Infant Care Feels Right at Home

    While some parents prefer to move their toddler or preschooler to a daycare setting before entering school to become used to more children and activities, many families like the small and more calm and quiet home environment for infants and young children.

    Nurseries at daycare facilities can sometimes look institutional, which can be offsetting to parents with a baby. However, having an in-home provider who can care for a child in a nursery setting with only one or two babies can be appealing to many. In addition, many providers limit the number of kids they watch in any particular age group to provide a better balance of care.

    Training and Experience Are Typically Good

    Every family provider will have a different experience level and training qualifications, so ask. But to appeal to parents and to be ready for any potentially dangerous situation, most providers have completed safety training, have had their home inspected by state regulators for safety conformance requirements, and have gone the extra mile for extra peace of mind (yours and theirs).

    Check with your state about what you should look for with a licensed care provider, and if you choose not to use one, be sure you understand the implications of that as well. For example, while most childcare workers receive some training, parents are most comfortable with experienced providers who have received extensive, ongoing training.

    Child Turnover Is Low

    Whereas kids may come and go based on parent satisfaction and work requirements at commercial daycare settings, family child care providers tend to keep the same kids from birth until they are ready for kindergarten. This creates a loving bond between provider and child, as they participate in all the stages of a child's early years and partner with parents to help raise a child.

    Parents and Providers Can Work as Team

    Parents often get to know their child's providers personally. After all, they are in their home and become acquainted with their family. Because of this, parents and providers can develop strong relationships in teaming together to raise a child successfully. Issues such as food choices, potty training, behaviours (good and bad), socialization, and early education can be resolved through mutually beneficial communications.

    Parents should ask questions to learn about the provider's philosophy and routine. Providers should see how any particular parenting requirements can be incorporated while ensuring all kids' needs are met. Since not all parent and provider approaches are compatible, ensure there is a good match before placing/taking a child!

    Family Providers Often Have a Strong Network

    Many family providers develop a strong network of other in-home educators. State and national associations offer training and support, and local providers get together to brainstorm and exchange ideas about activities, challenges, and ways to enhance care services to kids. This is good news for parents, who are on the receiving end of up-to-date advice and providers' networking.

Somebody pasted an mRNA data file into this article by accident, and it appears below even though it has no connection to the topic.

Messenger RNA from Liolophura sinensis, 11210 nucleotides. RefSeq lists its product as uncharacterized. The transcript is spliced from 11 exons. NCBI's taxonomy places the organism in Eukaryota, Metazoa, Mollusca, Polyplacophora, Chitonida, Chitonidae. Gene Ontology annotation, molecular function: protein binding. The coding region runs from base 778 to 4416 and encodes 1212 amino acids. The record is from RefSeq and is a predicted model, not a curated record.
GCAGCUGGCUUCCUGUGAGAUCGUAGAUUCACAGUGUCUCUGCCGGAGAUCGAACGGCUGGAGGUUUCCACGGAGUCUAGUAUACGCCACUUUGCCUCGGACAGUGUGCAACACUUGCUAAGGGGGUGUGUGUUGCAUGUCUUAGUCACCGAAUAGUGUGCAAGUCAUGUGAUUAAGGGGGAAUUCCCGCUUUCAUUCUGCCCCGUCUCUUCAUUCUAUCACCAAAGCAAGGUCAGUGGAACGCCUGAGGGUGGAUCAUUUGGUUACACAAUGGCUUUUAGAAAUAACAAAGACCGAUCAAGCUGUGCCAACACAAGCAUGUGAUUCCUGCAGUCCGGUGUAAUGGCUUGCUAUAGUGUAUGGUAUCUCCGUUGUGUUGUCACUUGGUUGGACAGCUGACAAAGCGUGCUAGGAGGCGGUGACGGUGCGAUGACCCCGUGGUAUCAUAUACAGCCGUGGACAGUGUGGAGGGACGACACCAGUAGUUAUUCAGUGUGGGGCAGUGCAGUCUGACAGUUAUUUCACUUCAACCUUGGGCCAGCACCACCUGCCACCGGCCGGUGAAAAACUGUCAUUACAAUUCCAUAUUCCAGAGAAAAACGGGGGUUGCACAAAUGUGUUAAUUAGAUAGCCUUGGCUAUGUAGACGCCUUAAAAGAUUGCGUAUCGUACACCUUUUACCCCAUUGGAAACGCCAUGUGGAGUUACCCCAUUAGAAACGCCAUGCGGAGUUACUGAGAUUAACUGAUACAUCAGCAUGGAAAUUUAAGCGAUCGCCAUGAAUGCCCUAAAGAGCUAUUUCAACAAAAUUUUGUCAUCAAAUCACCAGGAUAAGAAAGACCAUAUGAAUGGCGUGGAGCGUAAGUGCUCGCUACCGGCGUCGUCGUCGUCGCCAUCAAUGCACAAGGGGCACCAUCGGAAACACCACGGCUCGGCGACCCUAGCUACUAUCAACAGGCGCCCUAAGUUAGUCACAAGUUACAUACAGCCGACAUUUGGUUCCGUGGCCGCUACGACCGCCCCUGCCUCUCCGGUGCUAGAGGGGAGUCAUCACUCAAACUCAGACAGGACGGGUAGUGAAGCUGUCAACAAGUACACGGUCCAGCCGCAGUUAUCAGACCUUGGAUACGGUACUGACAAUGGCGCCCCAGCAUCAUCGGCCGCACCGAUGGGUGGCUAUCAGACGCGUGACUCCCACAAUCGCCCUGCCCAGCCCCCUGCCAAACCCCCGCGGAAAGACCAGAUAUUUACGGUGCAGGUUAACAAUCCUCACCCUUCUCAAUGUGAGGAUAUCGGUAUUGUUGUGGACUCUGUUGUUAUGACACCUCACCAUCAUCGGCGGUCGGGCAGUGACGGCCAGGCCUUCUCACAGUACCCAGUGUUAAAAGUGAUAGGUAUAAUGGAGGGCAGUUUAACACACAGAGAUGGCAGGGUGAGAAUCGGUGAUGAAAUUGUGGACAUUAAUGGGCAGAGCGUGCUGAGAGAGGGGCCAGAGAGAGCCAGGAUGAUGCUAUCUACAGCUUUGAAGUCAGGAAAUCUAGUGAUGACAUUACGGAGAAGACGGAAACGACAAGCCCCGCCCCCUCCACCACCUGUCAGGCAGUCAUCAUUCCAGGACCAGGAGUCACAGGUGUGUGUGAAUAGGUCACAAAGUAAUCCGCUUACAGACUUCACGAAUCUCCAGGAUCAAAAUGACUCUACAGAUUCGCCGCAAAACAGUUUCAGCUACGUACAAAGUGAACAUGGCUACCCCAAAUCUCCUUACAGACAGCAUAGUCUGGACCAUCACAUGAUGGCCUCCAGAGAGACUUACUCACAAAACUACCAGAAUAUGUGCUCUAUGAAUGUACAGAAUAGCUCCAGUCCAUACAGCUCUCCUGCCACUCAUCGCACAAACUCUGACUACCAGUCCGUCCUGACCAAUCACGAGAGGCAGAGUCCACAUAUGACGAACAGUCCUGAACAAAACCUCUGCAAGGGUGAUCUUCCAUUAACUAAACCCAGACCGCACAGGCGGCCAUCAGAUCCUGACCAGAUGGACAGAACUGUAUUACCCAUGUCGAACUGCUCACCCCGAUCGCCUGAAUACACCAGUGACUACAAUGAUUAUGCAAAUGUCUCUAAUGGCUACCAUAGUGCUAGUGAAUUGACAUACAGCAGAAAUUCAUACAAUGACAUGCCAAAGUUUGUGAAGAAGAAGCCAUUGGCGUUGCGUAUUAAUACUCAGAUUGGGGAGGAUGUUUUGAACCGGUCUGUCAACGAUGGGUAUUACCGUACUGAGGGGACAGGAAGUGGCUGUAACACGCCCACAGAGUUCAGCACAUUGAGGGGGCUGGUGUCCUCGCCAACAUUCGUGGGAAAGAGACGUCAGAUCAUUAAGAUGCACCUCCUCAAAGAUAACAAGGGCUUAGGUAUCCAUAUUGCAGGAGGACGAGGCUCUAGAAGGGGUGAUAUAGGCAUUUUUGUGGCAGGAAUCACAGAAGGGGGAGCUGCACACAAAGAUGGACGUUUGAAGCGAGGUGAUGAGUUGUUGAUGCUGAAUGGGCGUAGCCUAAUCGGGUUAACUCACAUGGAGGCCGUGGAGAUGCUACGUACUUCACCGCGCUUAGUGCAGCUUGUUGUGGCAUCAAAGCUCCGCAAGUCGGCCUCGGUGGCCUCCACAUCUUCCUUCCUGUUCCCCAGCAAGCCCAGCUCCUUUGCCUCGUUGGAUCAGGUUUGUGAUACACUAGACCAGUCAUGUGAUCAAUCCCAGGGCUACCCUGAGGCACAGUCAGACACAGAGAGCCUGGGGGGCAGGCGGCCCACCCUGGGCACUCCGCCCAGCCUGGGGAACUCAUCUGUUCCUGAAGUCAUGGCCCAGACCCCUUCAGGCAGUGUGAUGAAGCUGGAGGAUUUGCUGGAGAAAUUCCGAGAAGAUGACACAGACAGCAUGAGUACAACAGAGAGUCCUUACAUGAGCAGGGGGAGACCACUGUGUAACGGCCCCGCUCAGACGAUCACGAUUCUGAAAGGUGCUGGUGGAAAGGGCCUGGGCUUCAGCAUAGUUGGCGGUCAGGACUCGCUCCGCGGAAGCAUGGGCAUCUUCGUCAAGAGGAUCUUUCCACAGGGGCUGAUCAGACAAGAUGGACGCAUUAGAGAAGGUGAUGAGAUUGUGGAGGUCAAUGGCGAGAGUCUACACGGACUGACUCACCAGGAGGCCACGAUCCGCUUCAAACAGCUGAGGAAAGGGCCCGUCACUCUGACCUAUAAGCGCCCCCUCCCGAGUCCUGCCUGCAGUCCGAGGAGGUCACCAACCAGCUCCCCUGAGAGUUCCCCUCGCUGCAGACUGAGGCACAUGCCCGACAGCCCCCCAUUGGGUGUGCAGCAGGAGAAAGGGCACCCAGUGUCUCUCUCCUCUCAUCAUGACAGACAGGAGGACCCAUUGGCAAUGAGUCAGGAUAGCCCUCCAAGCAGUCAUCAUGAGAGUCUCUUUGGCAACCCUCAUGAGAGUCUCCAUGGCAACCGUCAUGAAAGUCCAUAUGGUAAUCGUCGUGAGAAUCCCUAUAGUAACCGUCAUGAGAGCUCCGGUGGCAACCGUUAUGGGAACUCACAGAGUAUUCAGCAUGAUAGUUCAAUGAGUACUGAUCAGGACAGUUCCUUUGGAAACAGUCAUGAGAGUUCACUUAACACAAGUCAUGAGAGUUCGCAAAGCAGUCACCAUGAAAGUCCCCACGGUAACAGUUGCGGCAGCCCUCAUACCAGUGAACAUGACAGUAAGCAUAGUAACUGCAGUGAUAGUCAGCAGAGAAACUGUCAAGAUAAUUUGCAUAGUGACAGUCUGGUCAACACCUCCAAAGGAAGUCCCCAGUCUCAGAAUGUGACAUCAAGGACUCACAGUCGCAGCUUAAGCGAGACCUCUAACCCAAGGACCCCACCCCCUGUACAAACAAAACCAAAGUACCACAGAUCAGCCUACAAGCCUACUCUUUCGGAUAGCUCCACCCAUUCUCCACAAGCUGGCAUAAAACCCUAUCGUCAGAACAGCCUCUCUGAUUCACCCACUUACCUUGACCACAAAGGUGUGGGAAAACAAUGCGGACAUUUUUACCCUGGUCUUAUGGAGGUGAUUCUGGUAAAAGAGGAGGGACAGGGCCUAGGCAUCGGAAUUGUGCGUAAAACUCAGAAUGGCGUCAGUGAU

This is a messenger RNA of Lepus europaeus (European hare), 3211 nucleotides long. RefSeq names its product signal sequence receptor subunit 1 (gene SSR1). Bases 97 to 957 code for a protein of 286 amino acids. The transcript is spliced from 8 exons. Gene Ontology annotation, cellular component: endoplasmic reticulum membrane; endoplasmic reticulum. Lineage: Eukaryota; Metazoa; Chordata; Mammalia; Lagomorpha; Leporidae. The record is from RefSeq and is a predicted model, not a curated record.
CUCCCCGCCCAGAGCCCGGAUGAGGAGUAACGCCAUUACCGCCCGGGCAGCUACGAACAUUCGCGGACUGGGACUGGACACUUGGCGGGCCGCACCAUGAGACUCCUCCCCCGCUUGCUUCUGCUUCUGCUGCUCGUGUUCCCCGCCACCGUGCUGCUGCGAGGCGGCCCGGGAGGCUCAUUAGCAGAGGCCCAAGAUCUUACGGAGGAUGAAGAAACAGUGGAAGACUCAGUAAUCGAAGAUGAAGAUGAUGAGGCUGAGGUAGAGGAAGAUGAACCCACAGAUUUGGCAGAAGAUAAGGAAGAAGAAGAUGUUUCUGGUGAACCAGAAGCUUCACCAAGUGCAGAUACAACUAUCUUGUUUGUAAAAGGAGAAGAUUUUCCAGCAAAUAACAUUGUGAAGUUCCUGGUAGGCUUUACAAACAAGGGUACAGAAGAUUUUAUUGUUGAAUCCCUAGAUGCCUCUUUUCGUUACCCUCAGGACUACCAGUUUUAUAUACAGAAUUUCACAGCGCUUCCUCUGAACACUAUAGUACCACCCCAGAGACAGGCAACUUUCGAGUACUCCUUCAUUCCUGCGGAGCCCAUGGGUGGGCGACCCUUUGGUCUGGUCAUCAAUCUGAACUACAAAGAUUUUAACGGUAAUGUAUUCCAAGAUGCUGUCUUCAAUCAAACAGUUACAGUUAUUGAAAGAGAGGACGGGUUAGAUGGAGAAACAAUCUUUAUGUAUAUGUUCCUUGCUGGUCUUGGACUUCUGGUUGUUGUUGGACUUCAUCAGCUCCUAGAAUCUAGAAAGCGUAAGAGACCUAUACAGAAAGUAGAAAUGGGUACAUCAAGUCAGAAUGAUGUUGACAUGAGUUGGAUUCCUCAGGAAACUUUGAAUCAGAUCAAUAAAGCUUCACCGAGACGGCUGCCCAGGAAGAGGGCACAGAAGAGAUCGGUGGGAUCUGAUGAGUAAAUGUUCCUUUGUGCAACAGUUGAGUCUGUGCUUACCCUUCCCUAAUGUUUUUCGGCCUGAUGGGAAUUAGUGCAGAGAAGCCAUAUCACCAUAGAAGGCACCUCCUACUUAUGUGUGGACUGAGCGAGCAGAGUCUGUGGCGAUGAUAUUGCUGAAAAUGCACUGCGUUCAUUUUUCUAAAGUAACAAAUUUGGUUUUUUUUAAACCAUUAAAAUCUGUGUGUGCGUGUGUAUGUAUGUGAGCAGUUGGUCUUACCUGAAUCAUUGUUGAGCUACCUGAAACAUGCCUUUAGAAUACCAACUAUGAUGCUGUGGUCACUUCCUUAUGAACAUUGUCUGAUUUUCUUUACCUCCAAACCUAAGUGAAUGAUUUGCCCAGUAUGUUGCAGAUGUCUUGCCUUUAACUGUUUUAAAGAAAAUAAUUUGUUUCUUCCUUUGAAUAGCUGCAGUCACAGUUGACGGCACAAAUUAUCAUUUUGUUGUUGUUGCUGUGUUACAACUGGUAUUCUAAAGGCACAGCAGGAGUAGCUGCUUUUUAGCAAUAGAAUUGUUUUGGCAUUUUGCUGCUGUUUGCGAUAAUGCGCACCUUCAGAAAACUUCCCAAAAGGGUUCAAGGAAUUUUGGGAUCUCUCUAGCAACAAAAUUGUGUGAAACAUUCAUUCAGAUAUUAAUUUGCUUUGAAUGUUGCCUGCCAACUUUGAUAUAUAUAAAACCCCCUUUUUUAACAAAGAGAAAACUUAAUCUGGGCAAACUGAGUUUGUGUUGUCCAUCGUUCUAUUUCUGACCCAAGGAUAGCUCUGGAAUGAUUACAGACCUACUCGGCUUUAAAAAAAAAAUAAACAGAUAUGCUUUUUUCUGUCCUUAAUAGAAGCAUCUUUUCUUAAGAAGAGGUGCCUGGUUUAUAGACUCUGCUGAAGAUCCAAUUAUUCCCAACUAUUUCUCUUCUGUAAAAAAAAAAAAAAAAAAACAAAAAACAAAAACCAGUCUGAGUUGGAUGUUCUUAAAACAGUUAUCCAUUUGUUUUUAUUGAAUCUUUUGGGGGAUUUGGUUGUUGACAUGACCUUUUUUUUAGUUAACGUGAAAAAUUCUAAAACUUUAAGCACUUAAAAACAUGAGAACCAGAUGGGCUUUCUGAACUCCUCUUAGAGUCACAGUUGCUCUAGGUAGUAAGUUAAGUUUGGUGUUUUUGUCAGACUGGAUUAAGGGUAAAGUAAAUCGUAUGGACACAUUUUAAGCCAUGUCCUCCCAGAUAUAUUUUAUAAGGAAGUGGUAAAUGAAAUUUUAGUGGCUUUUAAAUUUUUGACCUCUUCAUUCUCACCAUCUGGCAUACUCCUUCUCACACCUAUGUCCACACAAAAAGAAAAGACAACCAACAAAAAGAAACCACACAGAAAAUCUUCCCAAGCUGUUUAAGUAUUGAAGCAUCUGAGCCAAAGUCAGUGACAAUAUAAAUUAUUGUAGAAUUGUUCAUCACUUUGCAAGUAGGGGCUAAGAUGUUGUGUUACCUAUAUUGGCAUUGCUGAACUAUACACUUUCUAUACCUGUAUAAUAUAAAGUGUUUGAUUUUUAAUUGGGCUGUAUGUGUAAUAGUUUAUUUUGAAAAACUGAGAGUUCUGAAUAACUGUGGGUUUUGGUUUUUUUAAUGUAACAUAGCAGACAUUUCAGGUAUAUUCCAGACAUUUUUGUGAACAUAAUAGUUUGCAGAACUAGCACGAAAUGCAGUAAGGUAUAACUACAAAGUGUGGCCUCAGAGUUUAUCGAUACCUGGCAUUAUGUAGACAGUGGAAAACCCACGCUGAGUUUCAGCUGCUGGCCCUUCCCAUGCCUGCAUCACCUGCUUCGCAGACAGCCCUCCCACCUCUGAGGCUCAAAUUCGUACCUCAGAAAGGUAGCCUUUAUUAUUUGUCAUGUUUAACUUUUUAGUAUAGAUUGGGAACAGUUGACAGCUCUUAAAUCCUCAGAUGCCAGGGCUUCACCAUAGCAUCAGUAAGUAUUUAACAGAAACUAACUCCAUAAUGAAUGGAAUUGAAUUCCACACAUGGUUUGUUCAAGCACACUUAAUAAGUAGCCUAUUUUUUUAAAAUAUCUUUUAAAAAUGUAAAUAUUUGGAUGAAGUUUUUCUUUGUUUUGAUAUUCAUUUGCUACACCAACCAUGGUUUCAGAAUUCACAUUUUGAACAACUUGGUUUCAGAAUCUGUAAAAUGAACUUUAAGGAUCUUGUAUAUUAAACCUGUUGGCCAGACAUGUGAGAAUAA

Another plus is that family providers often establish a backup plan in the unlikely event they become ill. Another provider is available to provide care on a short-term basis. Some providers even meet at a park occasionally and let kids in their care get to know one another, so the backup care plan won't mean children would be meeting someone for the first time.

    The Cost Is on Par With Other Care Options

    Cost is an understandable consideration by families choosing childcare. While rates vary dramatically depending on where you live and even the kids' age, most in-home providers have charges comparable to daycare. Many cost less, especially when factoring in supply fees that corporate care facilities often charge.

    Parents may have greater flexibility with helping with snacks or providing sack lunches, or bringing in diapers or other supplies to help save on costs. In-home providers may also be more flexible with parents only needing part-time care or may offer sibling discounts.

    Parents must also remember that childcare is a business and that a provider will expect on-time payments and timely drop-off/pick-ups of kids.

    The importance of choosing the right home daycare provider

    As with any form of childcare, you should choose your home daycare provider with great care, ensuring that your child will have not only a safe environment but a loving one too!   

    Health and safety at the childcare provider's

    Registered home childcare providers undergo regular inspections to make sure their home is a safe environment for children and must have a minimum of first-aid training. Not only that but they are required to have regular vaccinations. Pour recevoir son agrément, l'assistante maternelle doit être en bonne santé. If you want to know more, read this article.

    A limited number of children

    Another advantage when using a home childcare provider is that the number of children she can care for in her home is limited, so you are sure she will not be overwhelmed by children to watch! How the number of places is determined is explained on this page.

    Formal training required

    Childcare providers must also have a minimum training requirement (usually between 30 to 120 hours of training, depending on the provincial legislation) to ensure their professionalism and qualifications; note that this is just the minimum requirement. So you know your baby's caretaker knows the basics to support your child's development. Again, it's a guarantee of quality.

    More likely to be insured

    It is in the home childcare provider's best interest to cover herself in the case of an accident. That is why, even though it is not legally required, many childcare providers purchase extra insurance on top of their house insurance. This should be something you discuss with her before you start working with her.